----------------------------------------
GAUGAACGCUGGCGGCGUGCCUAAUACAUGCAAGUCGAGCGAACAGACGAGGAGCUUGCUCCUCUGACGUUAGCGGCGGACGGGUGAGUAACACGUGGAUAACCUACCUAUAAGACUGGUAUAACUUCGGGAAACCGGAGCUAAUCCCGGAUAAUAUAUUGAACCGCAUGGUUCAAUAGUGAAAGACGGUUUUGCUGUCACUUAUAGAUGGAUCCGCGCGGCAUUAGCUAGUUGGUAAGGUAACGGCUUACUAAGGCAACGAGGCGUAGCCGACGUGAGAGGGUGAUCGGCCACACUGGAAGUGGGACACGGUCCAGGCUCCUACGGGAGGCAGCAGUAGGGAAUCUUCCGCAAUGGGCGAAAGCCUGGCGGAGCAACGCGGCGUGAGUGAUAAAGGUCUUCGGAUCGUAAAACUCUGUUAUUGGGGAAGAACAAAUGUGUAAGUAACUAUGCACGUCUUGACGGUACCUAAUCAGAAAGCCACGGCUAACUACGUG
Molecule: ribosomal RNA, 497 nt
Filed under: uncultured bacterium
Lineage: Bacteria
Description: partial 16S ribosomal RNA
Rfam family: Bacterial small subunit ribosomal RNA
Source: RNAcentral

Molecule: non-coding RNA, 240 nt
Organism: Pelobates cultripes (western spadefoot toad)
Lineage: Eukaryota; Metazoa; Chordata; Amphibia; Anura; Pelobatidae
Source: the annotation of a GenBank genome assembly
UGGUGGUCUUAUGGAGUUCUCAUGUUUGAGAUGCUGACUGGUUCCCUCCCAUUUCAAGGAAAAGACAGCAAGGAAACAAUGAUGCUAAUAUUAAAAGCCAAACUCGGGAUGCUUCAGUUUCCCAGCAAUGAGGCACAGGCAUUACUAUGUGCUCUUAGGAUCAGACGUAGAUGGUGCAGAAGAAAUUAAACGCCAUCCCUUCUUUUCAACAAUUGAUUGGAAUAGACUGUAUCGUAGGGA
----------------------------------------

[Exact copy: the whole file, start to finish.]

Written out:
GAUGAACGCUGGCGGCGUGCCUAAUACAUGCAAGUCGAGCGAACAGACGAGGAGCUUGCUCCUCUGACGUUAGCGGCGGACGGGUGAGUAACACGUGGAUAACCUACCUAUAAGACUGGUAUAACUUCGGGAAACCGGAGCUAAUCCCGGAUAAUAUAUUGAACCGCAUGGUUCAAUAGUGAAAGACGGUUUUGCUGUCACUUAUAGAUGGAUCCGCGCGGCAUUAGCUAGUUGGUAAGGUAACGGCUUACUAAGGCAACGAGGCGUAGCCGACGUGAGAGGGUGAUCGGCCACACUGGAAGUGGGACACGGUCCAGGCUCCUACGGGAGGCAGCAGUAGGGAAUCUUCCGCAAUGGGCGAAAGCCUGGCGGAGCAACGCGGCGUGAGUGAUAAAGGUCUUCGGAUCGUAAAACUCUGUUAUUGGGGAAGAACAAAUGUGUAAGUAACUAUGCACGUCUUGACGGUACCUAAUCAGAAAGCCACGGCUAACUACGUG
Molecule: ribosomal RNA, 497 nt
Filed under: uncultured bacterium
Lineage: Bacteria
Description: partial 16S ribosomal RNA
Rfam family: Bacterial small subunit ribosomal RNA
Source: RNAcentral

Molecule: non-coding RNA, 240 nt
Organism: Pelobates cultripes (western spadefoot toad)
Lineage: Eukaryota; Metazoa; Chordata; Amphibia; Anura; Pelobatidae
Source: the annotation of a GenBank genome assembly
UGGUGGUCUUAUGGAGUUCUCAUGUUUGAGAUGCUGACUGGUUCCCUCCCAUUUCAAGGAAAAGACAGCAAGGAAACAAUGAUGCUAAUAUUAAAAGCCAAACUCGGGAUGCUUCAGUUUCCCAGCAAUGAGGCACAGGCAUUACUAUGUGCUCUUAGGAUCAGACGUAGAUGGUGCAGAAGAAAUUAAACGCCAUCCCUUCUUUUCAACAAUUGAUUGGAAUAGACUGUAUCGUAGGGA